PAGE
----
10 Healthy Spring Foods
Sara Suchy | Mar 7th 2013 Apr 10th 2017
After a long winter of mostly root vegetables, spring is the time to break out some fresh flavors.
As soon as you see fresh blueberries in the produce aisle, you know that spring is nigh. They are high in vitamin C and also a good source of fiber. Blueberries are best when stored at room temperature or refrigerated in a single layer. They last only a few days, but you should have no problem finishing these sweet little gems before their time passes.
Apricots are a funky little fruit similar to a peach. They are an excellent source of vitamins A and C and a good way to get more potassium in your diet. Look for apricots with a deep yellow color and no sign of green. They should be firm with tender, velvety skin. Apricots can be stored at room temperature or refrigerated. You can poach under-ripe apricots in sugar and water to soften them.
These large melons pack a mega dose of vitamin A and vitamin C. It can be difficult to guess the ripeness of a melon, but a few simple hints can demystify the selection process:First, press the stem of the cantaloupe–the circular end at the bottom–with your finger. The stem should yield slightly to pressure. Then, sniff the stem. It should smell like melon. Avoid melons with a pronounced yellow color or moldy aroma – this means it’s overripe.
Similar to peaches, but without the fuzzy skin, nectarines are a good source of vitamin C and very tasty. A ripe nectarine is plump and slightly soft, with a sweet aroma. They keep at room temperature for a couple of days and longer in the refrigerator. Nectarines are great raw, but check out these recipes:
Get a jump on summer flavors with pineapple. This tangy, but sweet fruit is an excellent source of vitamin C. Look for golden orange-brown skin and leaves that will pull away gently. Pineapples will store at room temperature for several days. Make sure to refrigerate cut pieces. They can be eaten raw, but are also delicious roasted or grilled.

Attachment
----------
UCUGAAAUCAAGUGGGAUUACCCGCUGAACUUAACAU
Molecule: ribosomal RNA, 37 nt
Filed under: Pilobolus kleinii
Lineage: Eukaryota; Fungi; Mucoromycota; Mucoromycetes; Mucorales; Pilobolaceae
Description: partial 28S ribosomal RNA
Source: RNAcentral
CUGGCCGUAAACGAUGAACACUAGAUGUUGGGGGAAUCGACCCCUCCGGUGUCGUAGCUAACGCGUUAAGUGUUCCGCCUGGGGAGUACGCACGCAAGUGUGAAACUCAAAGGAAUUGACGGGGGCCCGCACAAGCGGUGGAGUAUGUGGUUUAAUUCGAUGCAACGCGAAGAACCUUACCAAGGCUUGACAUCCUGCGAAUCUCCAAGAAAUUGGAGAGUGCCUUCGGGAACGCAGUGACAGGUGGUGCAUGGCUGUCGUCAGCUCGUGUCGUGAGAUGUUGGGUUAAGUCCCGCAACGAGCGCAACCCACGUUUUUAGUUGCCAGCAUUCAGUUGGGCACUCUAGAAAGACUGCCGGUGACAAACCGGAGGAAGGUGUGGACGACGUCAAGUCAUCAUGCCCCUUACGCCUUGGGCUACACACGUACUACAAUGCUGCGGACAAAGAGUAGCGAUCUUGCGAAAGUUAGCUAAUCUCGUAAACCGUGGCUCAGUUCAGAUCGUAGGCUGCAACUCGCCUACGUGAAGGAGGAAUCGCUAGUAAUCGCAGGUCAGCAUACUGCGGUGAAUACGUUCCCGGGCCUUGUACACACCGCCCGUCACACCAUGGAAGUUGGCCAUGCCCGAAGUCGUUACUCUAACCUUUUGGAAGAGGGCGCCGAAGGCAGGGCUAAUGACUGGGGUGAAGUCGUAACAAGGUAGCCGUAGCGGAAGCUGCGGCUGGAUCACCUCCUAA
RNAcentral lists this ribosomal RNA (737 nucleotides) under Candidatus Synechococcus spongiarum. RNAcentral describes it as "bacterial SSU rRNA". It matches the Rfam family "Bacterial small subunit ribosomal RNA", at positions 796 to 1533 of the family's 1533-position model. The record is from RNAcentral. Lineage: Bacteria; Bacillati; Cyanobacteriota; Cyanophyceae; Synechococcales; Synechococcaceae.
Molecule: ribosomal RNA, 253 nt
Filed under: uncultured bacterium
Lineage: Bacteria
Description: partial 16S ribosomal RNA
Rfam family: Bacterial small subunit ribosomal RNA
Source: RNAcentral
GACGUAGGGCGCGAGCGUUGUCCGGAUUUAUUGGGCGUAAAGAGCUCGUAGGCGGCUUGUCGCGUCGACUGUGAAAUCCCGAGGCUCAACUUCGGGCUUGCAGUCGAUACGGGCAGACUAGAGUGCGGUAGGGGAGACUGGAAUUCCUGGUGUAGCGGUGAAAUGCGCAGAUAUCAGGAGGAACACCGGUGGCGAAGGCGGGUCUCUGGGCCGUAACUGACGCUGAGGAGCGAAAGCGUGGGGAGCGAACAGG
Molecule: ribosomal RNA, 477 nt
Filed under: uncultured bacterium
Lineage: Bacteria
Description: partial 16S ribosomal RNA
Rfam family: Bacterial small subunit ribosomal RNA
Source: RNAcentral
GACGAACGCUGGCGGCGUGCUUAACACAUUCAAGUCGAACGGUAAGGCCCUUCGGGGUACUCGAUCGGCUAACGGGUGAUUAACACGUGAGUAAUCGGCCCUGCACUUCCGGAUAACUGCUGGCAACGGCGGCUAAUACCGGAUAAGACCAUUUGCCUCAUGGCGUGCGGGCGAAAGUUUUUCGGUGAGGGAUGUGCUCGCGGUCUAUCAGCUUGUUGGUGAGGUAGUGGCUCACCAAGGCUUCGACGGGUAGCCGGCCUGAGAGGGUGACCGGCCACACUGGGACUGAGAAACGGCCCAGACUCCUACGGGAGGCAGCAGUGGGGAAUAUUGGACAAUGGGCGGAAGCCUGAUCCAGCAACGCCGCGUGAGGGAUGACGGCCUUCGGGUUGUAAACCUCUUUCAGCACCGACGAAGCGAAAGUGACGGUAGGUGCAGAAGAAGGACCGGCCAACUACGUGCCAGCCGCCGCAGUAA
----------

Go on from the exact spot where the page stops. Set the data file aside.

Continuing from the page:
Asparagus will start to come in by the bushel during the spring months. It is a wonderful source of vitamin A, vitamin C and folate. Look for thin or fat shoots with tight buds at the top. The stalks should be firm and smooth with no wrinkles. Asparagus is best served hot, drizzled with olive oil and lemon juice, or chilled with your favorite vinaigrette.
Snap beans are a wonderful source of vitamin C and a good way to consume fiber and vitamin A. A ripe snap bean will have a bright color, without any brown or soft spots. Beware: Larger pods may be tough or bitter.
It’s not an obvious veggie to throw in your shopping cart, but fennel is a great source of fiber and is loaded with vitamin C and potassium. Look for fennel with short, tight, overlapping celery-like stalks and feathery leaves. The bulb should be large, tightly compact and bright. Fennel has an anise or licorice flavor that becomes mild when it is cooked. Fennel can be braised, grilled, roasted, steamed or served raw.
Shallots are like onions, but with a more delicate flavor. They are an excellent source of vitamin A and vitamin C. Shallots should be plump and well shaped. Avoid shallots that are dry or have sprouted. When you peel shallots, you’ll notice that they separate into multiple cloves, a lot like garlic. They are delicious cooked or raw, and are the basis of many classic sauces.
These pretty leaves are a wonderful source of vitamin A, vitamin C and vitamin K and also provide magnesium. The leaves should be tender, crisp and brightly colored, but not overgrown. Swiss chard is actually available year round, but tends to be tough in the summer months. Keep refrigerated in a plastic bag to maintain moisture.